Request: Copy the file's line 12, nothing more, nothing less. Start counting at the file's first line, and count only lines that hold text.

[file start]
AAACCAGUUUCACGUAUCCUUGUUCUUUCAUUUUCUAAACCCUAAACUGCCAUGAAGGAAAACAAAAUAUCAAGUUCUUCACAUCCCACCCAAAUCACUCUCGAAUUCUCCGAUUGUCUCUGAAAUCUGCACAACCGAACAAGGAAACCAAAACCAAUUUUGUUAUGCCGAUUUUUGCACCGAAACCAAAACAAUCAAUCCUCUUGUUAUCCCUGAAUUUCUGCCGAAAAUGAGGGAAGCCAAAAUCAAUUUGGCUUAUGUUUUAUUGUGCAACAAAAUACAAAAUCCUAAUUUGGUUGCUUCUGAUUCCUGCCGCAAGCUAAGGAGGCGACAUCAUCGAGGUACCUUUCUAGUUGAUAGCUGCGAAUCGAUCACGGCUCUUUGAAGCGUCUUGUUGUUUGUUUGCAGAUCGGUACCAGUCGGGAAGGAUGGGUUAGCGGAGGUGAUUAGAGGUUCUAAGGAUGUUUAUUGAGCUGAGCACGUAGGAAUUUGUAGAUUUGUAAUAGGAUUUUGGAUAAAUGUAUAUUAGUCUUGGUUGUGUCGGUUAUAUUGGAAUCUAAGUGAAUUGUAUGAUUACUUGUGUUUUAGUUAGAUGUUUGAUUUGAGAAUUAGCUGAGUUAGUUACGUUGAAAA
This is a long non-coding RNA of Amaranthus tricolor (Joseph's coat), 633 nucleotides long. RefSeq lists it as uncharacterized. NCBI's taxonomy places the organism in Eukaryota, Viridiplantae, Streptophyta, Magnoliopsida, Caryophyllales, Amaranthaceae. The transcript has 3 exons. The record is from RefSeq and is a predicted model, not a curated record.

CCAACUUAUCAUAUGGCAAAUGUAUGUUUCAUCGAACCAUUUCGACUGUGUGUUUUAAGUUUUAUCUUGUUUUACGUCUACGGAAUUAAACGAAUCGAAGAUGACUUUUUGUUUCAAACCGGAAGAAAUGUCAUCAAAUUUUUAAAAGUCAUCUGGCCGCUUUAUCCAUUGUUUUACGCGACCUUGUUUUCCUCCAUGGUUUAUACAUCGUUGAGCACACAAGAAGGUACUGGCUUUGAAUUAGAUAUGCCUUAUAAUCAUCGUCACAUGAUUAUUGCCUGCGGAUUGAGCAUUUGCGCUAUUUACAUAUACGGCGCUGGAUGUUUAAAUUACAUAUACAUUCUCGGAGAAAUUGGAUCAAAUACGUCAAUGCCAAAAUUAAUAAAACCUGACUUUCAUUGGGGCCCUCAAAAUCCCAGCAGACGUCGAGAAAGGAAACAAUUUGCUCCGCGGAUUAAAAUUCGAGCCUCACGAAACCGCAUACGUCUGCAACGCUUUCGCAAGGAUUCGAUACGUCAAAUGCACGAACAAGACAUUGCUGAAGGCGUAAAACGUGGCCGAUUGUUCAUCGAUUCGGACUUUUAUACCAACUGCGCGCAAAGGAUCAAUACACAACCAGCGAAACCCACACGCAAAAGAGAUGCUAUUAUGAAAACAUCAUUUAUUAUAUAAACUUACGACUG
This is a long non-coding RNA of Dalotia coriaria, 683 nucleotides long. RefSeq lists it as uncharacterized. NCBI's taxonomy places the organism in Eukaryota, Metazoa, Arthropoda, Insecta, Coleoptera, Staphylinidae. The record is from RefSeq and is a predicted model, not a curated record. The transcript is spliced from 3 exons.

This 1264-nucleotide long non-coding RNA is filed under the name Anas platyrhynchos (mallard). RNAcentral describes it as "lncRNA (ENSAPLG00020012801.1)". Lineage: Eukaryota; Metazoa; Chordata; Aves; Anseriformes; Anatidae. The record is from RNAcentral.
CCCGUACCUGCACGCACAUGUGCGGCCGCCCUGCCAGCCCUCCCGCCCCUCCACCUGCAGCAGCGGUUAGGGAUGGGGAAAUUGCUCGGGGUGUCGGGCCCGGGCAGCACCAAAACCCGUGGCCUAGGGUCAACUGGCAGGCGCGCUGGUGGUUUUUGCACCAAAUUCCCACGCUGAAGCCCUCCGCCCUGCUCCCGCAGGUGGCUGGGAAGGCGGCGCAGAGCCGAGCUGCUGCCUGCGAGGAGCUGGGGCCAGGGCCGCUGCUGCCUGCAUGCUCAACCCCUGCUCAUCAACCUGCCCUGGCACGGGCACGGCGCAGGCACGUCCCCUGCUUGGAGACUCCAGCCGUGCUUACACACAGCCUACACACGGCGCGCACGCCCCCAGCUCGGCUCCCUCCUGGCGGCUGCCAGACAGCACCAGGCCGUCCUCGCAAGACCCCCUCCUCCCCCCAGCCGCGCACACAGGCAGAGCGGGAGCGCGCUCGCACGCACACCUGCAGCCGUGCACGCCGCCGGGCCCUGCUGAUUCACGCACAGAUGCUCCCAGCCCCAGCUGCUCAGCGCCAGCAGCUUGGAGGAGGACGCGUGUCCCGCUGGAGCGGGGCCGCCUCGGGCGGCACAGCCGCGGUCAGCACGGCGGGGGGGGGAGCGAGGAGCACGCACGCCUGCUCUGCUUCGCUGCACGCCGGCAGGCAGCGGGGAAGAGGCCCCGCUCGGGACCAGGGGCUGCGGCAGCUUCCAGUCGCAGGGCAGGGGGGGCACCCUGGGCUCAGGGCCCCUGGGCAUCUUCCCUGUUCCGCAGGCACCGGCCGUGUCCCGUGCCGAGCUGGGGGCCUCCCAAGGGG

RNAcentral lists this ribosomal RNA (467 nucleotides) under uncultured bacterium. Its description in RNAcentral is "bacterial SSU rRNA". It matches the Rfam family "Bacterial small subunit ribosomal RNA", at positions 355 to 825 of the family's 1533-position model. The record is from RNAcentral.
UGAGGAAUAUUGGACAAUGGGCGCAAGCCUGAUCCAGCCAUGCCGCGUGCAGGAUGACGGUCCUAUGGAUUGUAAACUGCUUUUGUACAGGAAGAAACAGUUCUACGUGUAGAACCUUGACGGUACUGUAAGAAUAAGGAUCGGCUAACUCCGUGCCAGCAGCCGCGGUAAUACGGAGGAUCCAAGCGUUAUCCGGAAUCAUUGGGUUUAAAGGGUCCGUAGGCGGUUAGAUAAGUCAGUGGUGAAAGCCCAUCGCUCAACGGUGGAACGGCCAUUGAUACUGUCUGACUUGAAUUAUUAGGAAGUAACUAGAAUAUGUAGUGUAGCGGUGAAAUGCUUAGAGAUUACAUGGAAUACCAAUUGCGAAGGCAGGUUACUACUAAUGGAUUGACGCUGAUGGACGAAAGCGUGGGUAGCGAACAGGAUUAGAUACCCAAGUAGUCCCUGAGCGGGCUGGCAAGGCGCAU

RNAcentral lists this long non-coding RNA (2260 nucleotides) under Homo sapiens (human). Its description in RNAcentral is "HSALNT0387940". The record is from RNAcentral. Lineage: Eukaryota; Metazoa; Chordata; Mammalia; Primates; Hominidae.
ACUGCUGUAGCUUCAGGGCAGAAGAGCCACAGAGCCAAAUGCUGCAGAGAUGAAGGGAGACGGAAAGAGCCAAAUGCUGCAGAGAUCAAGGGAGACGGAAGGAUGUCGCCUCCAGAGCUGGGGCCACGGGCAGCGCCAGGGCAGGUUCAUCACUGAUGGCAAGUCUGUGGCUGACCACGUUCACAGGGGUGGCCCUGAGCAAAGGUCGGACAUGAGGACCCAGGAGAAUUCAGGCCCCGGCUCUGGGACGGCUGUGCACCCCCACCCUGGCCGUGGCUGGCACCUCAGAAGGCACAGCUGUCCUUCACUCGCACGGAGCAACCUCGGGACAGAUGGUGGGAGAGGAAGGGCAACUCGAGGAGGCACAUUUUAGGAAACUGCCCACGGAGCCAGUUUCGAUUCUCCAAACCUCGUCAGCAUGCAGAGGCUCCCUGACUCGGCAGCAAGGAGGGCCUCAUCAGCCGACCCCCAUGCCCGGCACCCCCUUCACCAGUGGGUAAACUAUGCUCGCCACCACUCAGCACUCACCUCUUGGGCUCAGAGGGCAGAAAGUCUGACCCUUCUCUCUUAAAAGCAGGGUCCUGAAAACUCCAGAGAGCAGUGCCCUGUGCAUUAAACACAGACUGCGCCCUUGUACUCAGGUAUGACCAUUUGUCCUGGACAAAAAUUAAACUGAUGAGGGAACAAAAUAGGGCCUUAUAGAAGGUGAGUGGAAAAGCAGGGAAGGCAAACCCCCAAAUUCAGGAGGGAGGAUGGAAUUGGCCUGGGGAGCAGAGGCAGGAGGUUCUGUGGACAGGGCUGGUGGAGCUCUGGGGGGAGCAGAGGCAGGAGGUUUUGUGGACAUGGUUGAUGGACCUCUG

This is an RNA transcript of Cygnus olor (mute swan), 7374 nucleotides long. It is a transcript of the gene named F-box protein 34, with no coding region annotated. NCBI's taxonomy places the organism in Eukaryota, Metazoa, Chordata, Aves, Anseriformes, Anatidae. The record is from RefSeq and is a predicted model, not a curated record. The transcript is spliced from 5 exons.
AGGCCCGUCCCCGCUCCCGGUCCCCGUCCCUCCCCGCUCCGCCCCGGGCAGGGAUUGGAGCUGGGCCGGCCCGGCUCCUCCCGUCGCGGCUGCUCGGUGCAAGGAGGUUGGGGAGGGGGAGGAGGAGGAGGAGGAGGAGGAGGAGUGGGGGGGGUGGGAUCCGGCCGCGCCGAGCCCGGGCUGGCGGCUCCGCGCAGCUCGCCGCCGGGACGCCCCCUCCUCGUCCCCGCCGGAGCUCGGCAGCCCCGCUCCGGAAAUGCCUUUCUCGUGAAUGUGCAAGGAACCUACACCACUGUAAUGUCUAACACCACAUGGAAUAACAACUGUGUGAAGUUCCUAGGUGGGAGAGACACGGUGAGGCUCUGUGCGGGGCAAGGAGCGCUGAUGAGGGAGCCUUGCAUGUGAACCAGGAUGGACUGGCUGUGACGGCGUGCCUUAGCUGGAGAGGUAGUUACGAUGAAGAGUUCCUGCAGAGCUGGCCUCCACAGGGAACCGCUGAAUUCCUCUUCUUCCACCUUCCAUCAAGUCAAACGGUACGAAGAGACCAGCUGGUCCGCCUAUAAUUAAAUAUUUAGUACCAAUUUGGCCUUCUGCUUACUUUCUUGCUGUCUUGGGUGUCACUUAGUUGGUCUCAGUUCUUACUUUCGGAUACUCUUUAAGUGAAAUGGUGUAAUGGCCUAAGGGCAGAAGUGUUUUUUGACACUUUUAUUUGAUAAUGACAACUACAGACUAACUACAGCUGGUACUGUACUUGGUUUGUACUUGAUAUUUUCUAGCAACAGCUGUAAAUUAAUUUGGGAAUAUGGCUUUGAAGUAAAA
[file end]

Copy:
AGGCCCGUCCCCGCUCCCGGUCCCCGUCCCUCCCCGCUCCGCCCCGGGCAGGGAUUGGAGCUGGGCCGGCCCGGCUCCUCCCGUCGCGGCUGCUCGGUGCAAGGAGGUUGGGGAGGGGGAGGAGGAGGAGGAGGAGGAGGAGGAGUGGGGGGGGUGGGAUCCGGCCGCGCCGAGCCCGGGCUGGCGGCUCCGCGCAGCUCGCCGCCGGGACGCCCCCUCCUCGUCCCCGCCGGAGCUCGGCAGCCCCGCUCCGGAAAUGCCUUUCUCGUGAAUGUGCAAGGAACCUACACCACUGUAAUGUCUAACACCACAUGGAAUAACAACUGUGUGAAGUUCCUAGGUGGGAGAGACACGGUGAGGCUCUGUGCGGGGCAAGGAGCGCUGAUGAGGGAGCCUUGCAUGUGAACCAGGAUGGACUGGCUGUGACGGCGUGCCUUAGCUGGAGAGGUAGUUACGAUGAAGAGUUCCUGCAGAGCUGGCCUCCACAGGGAACCGCUGAAUUCCUCUUCUUCCACCUUCCAUCAAGUCAAACGGUACGAAGAGACCAGCUGGUCCGCCUAUAAUUAAAUAUUUAGUACCAAUUUGGCCUUCUGCUUACUUUCUUGCUGUCUUGGGUGUCACUUAGUUGGUCUCAGUUCUUACUUUCGGAUACUCUUUAAGUGAAAUGGUGUAAUGGCCUAAGGGCAGAAGUGUUUUUUGACACUUUUAUUUGAUAAUGACAACUACAGACUAACUACAGCUGGUACUGUACUUGGUUUGUACUUGAUAUUUUCUAGCAACAGCUGUAAAUUAAUUUGGGAAUAUGGCUUUGAAGUAAAA